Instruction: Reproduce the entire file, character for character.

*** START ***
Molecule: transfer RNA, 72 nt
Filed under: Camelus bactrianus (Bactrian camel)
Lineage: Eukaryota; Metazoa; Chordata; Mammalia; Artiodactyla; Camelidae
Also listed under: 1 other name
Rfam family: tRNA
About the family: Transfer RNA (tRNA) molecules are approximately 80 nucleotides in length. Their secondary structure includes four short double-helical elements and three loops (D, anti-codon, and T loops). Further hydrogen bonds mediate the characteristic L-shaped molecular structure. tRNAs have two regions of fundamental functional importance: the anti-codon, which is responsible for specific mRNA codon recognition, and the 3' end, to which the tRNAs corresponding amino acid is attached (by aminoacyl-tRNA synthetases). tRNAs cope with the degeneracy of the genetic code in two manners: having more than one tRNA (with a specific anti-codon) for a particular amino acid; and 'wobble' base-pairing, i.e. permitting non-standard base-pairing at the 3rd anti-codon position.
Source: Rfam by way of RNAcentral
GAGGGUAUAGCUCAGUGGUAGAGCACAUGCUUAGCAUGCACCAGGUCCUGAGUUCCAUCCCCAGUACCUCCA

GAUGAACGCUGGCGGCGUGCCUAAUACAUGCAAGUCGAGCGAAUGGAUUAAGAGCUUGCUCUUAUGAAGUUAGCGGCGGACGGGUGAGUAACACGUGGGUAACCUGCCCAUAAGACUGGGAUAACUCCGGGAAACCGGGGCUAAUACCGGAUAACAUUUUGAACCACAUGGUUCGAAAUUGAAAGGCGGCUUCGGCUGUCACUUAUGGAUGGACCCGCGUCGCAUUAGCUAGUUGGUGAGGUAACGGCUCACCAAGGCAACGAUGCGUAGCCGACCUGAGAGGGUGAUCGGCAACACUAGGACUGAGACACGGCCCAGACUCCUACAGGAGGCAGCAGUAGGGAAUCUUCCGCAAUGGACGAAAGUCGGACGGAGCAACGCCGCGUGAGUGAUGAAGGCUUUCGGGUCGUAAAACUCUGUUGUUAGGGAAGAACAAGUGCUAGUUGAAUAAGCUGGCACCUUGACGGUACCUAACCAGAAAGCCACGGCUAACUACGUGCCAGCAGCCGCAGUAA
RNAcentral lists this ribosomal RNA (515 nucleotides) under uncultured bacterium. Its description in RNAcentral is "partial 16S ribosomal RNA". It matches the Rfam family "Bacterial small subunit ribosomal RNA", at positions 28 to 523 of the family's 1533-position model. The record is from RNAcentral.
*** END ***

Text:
Molecule: transfer RNA, 72 nt
Filed under: Camelus bactrianus (Bactrian camel)
Lineage: Eukaryota; Metazoa; Chordata; Mammalia; Artiodactyla; Camelidae
Also listed under: 1 other name
Rfam family: tRNA
About the family: Transfer RNA (tRNA) molecules are approximately 80 nucleotides in length. Their secondary structure includes four short double-helical elements and three loops (D, anti-codon, and T loops). Further hydrogen bonds mediate the characteristic L-shaped molecular structure. tRNAs have two regions of fundamental functional importance: the anti-codon, which is responsible for specific mRNA codon recognition, and the 3' end, to which the tRNAs corresponding amino acid is attached (by aminoacyl-tRNA synthetases). tRNAs cope with the degeneracy of the genetic code in two manners: having more than one tRNA (with a specific anti-codon) for a particular amino acid; and 'wobble' base-pairing, i.e. permitting non-standard base-pairing at the 3rd anti-codon position.
Source: Rfam by way of RNAcentral
GAGGGUAUAGCUCAGUGGUAGAGCACAUGCUUAGCAUGCACCAGGUCCUGAGUUCCAUCCCCAGUACCUCCA

GAUGAACGCUGGCGGCGUGCCUAAUACAUGCAAGUCGAGCGAAUGGAUUAAGAGCUUGCUCUUAUGAAGUUAGCGGCGGACGGGUGAGUAACACGUGGGUAACCUGCCCAUAAGACUGGGAUAACUCCGGGAAACCGGGGCUAAUACCGGAUAACAUUUUGAACCACAUGGUUCGAAAUUGAAAGGCGGCUUCGGCUGUCACUUAUGGAUGGACCCGCGUCGCAUUAGCUAGUUGGUGAGGUAACGGCUCACCAAGGCAACGAUGCGUAGCCGACCUGAGAGGGUGAUCGGCAACACUAGGACUGAGACACGGCCCAGACUCCUACAGGAGGCAGCAGUAGGGAAUCUUCCGCAAUGGACGAAAGUCGGACGGAGCAACGCCGCGUGAGUGAUGAAGGCUUUCGGGUCGUAAAACUCUGUUGUUAGGGAAGAACAAGUGCUAGUUGAAUAAGCUGGCACCUUGACGGUACCUAACCAGAAAGCCACGGCUAACUACGUGCCAGCAGCCGCAGUAA
RNAcentral lists this ribosomal RNA (515 nucleotides) under uncultured bacterium. Its description in RNAcentral is "partial 16S ribosomal RNA". It matches the Rfam family "Bacterial small subunit ribosomal RNA", at positions 28 to 523 of the family's 1533-position model. The record is from RNAcentral.